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Functional neurologic disorders in an adult with propionic acidemia: a case report

Abstract

Background

Inborn errors of metabolism are often characterized by various psychiatric syndromes. Previous studies tend to classify psychiatric manifestations into clinical entities. Among inborn errors of metabolism, propionic acidemia (PA) is a rare inherited organic aciduria that leads to neurologic disabilities. Several studies in children with PA demonstrated that psychiatric disorders are associated to neurological symptoms. To our knowledge, no psychopathological description in adult with propionic acidemia is available.

Case presentation

We aimed to compare the case of a 53-year-old woman with PA, to the previous psychiatric descriptions in children with PA and in adults with other inborn errors of metabolism. Our patient presented a large variety of signs: functional neurologic disorders, borderline personality traits (emotional dyregulation, dissociative and alexithymic trends, obsessive-compulsive disorders), occurring in a context of neurodevelopmental disorder.

Conclusion

Clinical and paraclinical examinations are in favor of a mild mental retardation since childhood and disorders of behavior and personality without any definite psychiatric syndrome, as already described in other metabolic diseases (group 3). Nonetheless, further studies are needed to clarify the psychiatric alterations within adult patients with PA.

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Background

Propionic Acidemia (PA) is a rare inherited (recessive autosomal) organic aciduria due to a propionyl-CoA carboxylase activity deficiency [4]. The disease is characterized by acute metabolic episodes, cardiac and renal failures and neurologic disorders [8]. Chronic neurologic and cognitive complications are frequent: movement disorders, spastic paresis, intellectual disability and strokes of basal ganglia [8]. There are two forms of the disorder: a severe form occurring in early life and associated with a high mortality rate and a chronic form associated with an evolution into neurologic disabilities [4].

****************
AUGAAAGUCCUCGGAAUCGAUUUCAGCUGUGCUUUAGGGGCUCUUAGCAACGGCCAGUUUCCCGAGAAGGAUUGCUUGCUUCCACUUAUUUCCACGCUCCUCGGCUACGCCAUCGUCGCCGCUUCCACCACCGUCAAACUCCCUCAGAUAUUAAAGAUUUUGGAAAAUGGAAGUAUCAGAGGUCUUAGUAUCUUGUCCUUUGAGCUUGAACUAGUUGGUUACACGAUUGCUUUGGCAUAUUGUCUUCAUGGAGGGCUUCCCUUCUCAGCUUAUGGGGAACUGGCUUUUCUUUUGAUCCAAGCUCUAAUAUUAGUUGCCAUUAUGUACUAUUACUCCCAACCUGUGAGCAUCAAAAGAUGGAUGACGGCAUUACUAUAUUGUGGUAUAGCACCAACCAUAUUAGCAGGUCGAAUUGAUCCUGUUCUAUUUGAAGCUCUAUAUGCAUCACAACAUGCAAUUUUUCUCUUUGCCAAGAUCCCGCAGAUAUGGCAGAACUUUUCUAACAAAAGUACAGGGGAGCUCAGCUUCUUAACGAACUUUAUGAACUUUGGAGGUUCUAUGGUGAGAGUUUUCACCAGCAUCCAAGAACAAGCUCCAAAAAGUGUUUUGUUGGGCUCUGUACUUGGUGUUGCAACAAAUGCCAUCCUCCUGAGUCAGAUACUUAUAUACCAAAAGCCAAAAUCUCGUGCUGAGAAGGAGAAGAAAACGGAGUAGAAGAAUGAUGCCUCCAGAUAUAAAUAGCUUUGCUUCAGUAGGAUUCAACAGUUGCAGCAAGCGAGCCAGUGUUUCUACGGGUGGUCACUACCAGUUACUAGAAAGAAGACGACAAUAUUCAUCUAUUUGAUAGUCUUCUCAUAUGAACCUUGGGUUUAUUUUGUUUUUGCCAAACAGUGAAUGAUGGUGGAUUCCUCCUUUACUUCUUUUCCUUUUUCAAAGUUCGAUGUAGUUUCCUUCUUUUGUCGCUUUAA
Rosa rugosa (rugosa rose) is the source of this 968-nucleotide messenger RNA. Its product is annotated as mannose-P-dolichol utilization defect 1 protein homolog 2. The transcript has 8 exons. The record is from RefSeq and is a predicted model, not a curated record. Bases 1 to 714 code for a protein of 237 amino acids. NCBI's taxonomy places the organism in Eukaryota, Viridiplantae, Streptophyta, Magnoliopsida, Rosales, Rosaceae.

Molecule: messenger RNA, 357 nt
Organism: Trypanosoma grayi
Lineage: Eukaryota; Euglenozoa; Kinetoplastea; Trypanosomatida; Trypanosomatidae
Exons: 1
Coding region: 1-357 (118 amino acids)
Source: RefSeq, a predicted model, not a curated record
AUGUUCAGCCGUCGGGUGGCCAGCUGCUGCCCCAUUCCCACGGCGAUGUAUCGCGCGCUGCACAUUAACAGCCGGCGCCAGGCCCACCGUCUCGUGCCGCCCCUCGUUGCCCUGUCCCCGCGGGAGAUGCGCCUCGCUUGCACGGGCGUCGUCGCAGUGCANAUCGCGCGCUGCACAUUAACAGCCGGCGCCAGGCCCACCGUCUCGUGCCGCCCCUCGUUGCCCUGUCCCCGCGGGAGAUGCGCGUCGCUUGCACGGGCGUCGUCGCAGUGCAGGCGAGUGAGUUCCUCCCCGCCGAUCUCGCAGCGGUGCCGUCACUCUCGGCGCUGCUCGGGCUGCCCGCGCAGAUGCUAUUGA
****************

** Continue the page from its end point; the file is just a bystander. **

Neurocognitive complications of organic acidurias are well described [13, 18,19,20]. However, literature about psychiatric symptoms occurring in organic acidurias is relatively scarce, less detailed and focuses mostly on children. Nonetheless, results showed that patients would be more susceptible to develop behavioral disorders such as self-damaging or self-regulating issues, anxious and avoidant behaviors, confirmed by parents [11]. Those behavioral signs are concordant with the higher prevalence of neurodevelopmental disorders in organic acidurias [18]. Concerning PA, the most frequent disorders are neurodevelopmental disorders from the Autism Spectrum ([5, 21]. A case series of 19 patients, aged between 2 and 25 years described 2 patients with typical autism, 2 patients with other autism spectrum disorders and 5 others with a broader autism phenotype (de la [3]). They also reported three patients with attention deficit symptoms and two with significant chronic anxiety symptoms. In addition, 13 of those 19 patients presented an intellectual disability. Rarely, psychotic signs are also reported: visual hallucinations [17] and rarely acute psychosis [6]. As compared to other organic acidurias, patients with PA would be more likely to develop psychiatric manifestations, such as attention deficit, or psychotic state [13, 20]. Unfortunately, those studies mostly concentrated on children or young adults. Hence, literature does not provide the psychiatric profile or evolution in adults suffering from Propionic Acidemia, neither other organic acidurias.

However, psychiatric manifestations have been described in adults suffering from other inborn errors of metabolism, and classified into three groups [16]. Group 1 included emergencies revealed by recurrent attacks of delusional confusion and concerned: urea cycle defects, homocysteine remethylation defects and porphyrias. Group 2 consisted in schizophrenia-like syndrome arising in young adults more often associated with catatonia, visual hallucinations and deterioration with treatments, and concerned: homocystinurias, Wilson disease, neurolipidosis (Niemann-Pick C, adrenoleukosdystrophy…). Group 3 included patients with mild mental retardation since childhood and disorders of behavior or personality with no definite psychiatric syndrome, and concerned: homocystinurias, cerebrotendinous xanthomatosis, nonketotic hyperglycinaemia, monoamine oxidase A deficiency, succinic semialdehyde dehydrogenase defects, creatine transporter deficiency, and α- and β-mannosidosis. But no case of propionic acidemia was described among those groups, that included metabolic disorders with a pathophysiology distinct from organic acidurias.

Thus, we based our clinical evaluation of a 53-year-old woman with PA, on pedopsychiatric descriptions, available for PA and organic acidurias, to get an idea of the evolution of childhood disorders. We also aimed to compare the psychiatric evaluation, to the psychiatric manifestations described in other inborn errors of metabolism in adults.